Posts Tagged Energy Star

Digital Electrical Meters

Posted by on Tuesday, 1 June, 2010

It’s important to track your energy usage if you’re interested in reducing it. A target such as 20% less electricity is much easier to obtain when you’re aware of how much power appliances in your home use. Even smaller appliances such as toasters and ovens can use more power than you expect, especially if you have already purchased energy efficient larger appliances such as washing machines and refrigerators.

One method of monitoring your energy usage is suggested by a blog post at the Energy Savers Blog at the US Department of Energy. A digital electrical meter can track the power usage for an individual electrical appliance and give you the precise information on how much electricity it uses. This is very useful if you are using older electrical appliances that do not clearly state how much power they use, newer Energy Star appliances may state their power usage on a sticker pasted on the appliance itself.

The blog post is about getting a digital electrical meter and installing it. The poster wanted to borrow an electrical meter from the library, but of course the library wants to lend out books and maybe videos, CDs, and DVDs, it doesn’t want to lend out home appliances. That’s actually an interesting concept that would be an innovative community project. There’s no reason a city like Ventura can’t loan out digital electrical meters, or even other energy efficient tools such as lawnmowers and chainsaws. This isn’t something most cities have done in the past, but libraries were not common around the nation either until Andrew Carnegie decided to support education around the United States by providing grants for US cities to set up libraries.

A web page at my alma mater, Humboldt State University, explains how digital electrical meters operate. Basically, it’s a device that plugs into an appliance. Instead of directly connecting an appliance to a wall socket, you plug the appliance’s power cord into the digital electrical meter, and then you plug the electrical meter itself into the wall socket. Be sure that you have extra power cords on hand in case the meter doesn’t come with extra cords when you buy it. Humboldt reminds you to take care of these power meters, using a soft cloth to clean the screen, instead of an abrasive paper towel. I’d recommend purchasing one rather than renting it as they sell for about $200, and you will want to keep one around the house to test out new appliances you purchase. As far as I know there isn’t a government rebate specifically for digital electrical meters like there is for energy efficient refrigerators, air conditioners, and washing machines, but there might be a program in the future.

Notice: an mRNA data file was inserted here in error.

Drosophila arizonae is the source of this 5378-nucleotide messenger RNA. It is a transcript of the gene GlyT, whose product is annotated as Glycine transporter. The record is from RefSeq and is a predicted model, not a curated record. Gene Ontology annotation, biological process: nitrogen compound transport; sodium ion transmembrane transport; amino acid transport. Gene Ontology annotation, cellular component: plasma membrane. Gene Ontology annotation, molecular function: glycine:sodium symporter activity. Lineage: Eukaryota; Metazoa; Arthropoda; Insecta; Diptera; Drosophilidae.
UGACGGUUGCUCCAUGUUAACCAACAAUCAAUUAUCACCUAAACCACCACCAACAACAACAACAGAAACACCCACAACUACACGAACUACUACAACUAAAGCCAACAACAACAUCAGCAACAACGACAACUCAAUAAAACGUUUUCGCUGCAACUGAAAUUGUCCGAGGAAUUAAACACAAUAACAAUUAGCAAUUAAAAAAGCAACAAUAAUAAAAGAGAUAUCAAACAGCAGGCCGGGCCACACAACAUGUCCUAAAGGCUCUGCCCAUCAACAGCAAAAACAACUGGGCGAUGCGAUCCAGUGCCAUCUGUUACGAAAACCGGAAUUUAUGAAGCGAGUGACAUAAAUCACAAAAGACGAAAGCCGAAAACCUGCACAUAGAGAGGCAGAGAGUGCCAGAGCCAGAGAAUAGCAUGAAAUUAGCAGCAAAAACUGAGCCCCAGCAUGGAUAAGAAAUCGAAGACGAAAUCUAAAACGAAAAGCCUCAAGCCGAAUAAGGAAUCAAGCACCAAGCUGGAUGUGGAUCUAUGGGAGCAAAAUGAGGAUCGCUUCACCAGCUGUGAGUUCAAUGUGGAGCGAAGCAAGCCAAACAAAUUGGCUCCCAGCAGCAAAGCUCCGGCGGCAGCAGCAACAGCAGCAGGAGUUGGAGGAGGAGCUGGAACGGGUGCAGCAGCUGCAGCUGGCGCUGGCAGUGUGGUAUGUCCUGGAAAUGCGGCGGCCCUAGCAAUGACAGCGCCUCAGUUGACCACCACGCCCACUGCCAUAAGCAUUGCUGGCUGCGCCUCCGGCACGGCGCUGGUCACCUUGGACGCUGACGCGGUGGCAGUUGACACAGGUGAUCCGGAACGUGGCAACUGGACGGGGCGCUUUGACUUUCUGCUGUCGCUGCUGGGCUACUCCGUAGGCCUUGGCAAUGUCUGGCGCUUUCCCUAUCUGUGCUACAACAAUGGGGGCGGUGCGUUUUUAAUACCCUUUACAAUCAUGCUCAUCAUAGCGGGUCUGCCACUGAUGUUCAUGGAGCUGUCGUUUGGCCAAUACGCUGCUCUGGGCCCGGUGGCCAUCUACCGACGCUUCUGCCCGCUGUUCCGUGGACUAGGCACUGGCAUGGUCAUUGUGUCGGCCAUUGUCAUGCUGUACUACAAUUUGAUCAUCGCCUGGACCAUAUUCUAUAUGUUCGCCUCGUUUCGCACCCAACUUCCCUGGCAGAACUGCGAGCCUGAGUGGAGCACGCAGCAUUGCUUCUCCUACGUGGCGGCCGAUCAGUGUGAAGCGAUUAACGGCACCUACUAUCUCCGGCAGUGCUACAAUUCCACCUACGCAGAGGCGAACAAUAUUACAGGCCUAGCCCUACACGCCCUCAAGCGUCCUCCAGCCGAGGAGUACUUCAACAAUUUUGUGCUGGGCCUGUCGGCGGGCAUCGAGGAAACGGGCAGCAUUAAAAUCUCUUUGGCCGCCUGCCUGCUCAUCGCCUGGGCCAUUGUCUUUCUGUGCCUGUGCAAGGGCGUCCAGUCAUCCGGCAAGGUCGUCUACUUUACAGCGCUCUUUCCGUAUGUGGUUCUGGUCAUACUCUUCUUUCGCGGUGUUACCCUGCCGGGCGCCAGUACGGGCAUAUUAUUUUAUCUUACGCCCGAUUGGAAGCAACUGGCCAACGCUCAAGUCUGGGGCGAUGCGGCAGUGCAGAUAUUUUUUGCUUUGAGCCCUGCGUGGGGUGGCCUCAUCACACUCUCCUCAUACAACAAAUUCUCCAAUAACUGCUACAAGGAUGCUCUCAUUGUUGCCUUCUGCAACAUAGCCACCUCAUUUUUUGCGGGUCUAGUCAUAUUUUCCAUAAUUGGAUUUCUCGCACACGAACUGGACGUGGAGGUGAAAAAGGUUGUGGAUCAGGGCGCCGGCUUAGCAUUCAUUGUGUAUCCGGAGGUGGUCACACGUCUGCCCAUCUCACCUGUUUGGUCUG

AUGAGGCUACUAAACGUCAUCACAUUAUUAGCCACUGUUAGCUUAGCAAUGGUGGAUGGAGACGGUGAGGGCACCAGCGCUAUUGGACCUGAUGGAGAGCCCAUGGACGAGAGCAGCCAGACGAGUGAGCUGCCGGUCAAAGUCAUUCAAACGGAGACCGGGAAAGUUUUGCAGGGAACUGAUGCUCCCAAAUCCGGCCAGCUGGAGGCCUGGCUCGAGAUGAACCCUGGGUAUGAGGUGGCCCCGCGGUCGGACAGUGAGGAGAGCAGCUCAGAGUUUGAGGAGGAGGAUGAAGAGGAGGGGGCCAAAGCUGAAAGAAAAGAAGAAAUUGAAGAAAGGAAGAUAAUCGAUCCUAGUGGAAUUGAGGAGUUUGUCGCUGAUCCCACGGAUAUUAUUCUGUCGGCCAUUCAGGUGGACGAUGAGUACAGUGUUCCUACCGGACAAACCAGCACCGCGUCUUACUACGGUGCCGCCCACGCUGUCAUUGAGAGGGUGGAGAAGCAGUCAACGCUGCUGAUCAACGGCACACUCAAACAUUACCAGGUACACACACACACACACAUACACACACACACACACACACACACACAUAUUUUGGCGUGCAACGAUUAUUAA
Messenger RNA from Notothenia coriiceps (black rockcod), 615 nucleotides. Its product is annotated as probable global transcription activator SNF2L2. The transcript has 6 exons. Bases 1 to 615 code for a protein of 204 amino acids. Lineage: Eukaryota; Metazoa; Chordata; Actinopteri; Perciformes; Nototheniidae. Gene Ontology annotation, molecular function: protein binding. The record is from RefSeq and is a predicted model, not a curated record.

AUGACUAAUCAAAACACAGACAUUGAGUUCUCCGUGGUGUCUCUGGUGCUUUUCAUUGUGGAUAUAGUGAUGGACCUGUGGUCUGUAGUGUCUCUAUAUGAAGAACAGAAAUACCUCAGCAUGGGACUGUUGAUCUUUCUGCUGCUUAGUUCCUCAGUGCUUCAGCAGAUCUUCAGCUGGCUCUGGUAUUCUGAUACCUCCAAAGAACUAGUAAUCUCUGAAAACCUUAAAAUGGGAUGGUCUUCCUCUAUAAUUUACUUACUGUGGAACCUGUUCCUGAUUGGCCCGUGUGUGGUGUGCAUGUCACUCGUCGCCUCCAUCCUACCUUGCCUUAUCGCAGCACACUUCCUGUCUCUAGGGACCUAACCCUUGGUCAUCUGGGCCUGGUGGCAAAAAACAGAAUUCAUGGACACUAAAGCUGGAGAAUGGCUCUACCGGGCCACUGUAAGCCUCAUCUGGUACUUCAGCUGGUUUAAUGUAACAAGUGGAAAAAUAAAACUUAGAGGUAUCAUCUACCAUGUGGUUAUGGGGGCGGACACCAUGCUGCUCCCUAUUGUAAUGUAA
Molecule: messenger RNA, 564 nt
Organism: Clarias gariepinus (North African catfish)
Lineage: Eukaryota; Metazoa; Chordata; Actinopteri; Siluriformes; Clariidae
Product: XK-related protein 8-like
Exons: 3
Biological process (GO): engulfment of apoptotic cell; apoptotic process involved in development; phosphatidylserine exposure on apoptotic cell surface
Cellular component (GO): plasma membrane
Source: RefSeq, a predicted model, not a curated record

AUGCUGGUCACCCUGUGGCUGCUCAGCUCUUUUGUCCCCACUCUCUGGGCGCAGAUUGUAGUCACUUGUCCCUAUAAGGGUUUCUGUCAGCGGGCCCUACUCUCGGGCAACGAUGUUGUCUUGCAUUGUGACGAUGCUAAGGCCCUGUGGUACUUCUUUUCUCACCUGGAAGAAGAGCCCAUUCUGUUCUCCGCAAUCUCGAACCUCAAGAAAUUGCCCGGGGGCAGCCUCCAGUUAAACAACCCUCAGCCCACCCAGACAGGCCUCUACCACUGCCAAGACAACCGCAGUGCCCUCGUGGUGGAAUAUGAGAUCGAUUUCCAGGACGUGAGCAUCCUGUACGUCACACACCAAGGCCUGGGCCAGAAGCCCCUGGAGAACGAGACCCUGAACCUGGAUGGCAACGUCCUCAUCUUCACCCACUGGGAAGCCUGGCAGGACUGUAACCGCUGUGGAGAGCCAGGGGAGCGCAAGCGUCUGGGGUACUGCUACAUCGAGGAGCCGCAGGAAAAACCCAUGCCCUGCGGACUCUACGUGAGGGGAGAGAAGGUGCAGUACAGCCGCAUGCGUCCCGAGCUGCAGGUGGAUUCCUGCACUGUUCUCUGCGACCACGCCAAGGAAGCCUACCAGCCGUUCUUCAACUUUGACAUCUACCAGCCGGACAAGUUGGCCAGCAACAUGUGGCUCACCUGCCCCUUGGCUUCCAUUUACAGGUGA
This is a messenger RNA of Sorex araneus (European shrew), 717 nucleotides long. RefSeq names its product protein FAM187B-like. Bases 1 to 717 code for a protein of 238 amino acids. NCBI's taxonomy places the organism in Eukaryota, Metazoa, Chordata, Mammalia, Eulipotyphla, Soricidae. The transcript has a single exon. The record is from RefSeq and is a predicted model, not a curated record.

California Energy Star Rebates for Washing Machines, Refrigerators, and Air Conditioners

Posted by on Thursday, 15 April, 2010

The Energy Star Rebate program, also part of the Recovery Act, provides rebates to buyers of household appliances. Appliances have to qualify as energy efficient, and there has been some debate over unacceptable appliances recently. Recent scandals involved rebate approval for green products that weren’t actually green, so the state governments paying out the rebates are now paying a lot closer attention to the Energy Star rebates.

California’s program for energy star rebates is called Cash for Appliances. The program begins accepting rebate applications on Earth Day and continues for a month afterward, from 4/22/2010 to 5/23/2010. Surprisingly enough, the California government allows rebate applications to be sent in as late as 6/25/2010 in case people need a month to send in the Energy Star rebate coupon. As with the Cash for Clunkers program, the California rebates only apply to the replacement of appliances. People must turn in their older, less energy efficient appliances to program participants and have them destroyed. Like the cars, destroying an appliance and purchasing a new one will cost a consumer more money than they receive through the rebate, although the consumer receives the money back over time with reduced energy bills, especially if energy prices increase in the future. The effects of Peak Oil and carbon taxes are likely to raise the cost of purchasing heating oil, propane, and other products necessary to fuel home appliances, so an opportunity to get federal subsidies is very helpful. For example, a consumer can receive a two hundred dollar rebate on a new refrigerator or a one hundred dollar rebate on a new washing machine, or a fifty dollar rebate for an air conditioner, as long as it is purchased and installed in California. The program isn’t going to pay for transporting the new washing machine home or hooking it up in a consumer’s house, or dragging away the old washing machine, although home improvement stores and other retailers who sell these products may offer deals there.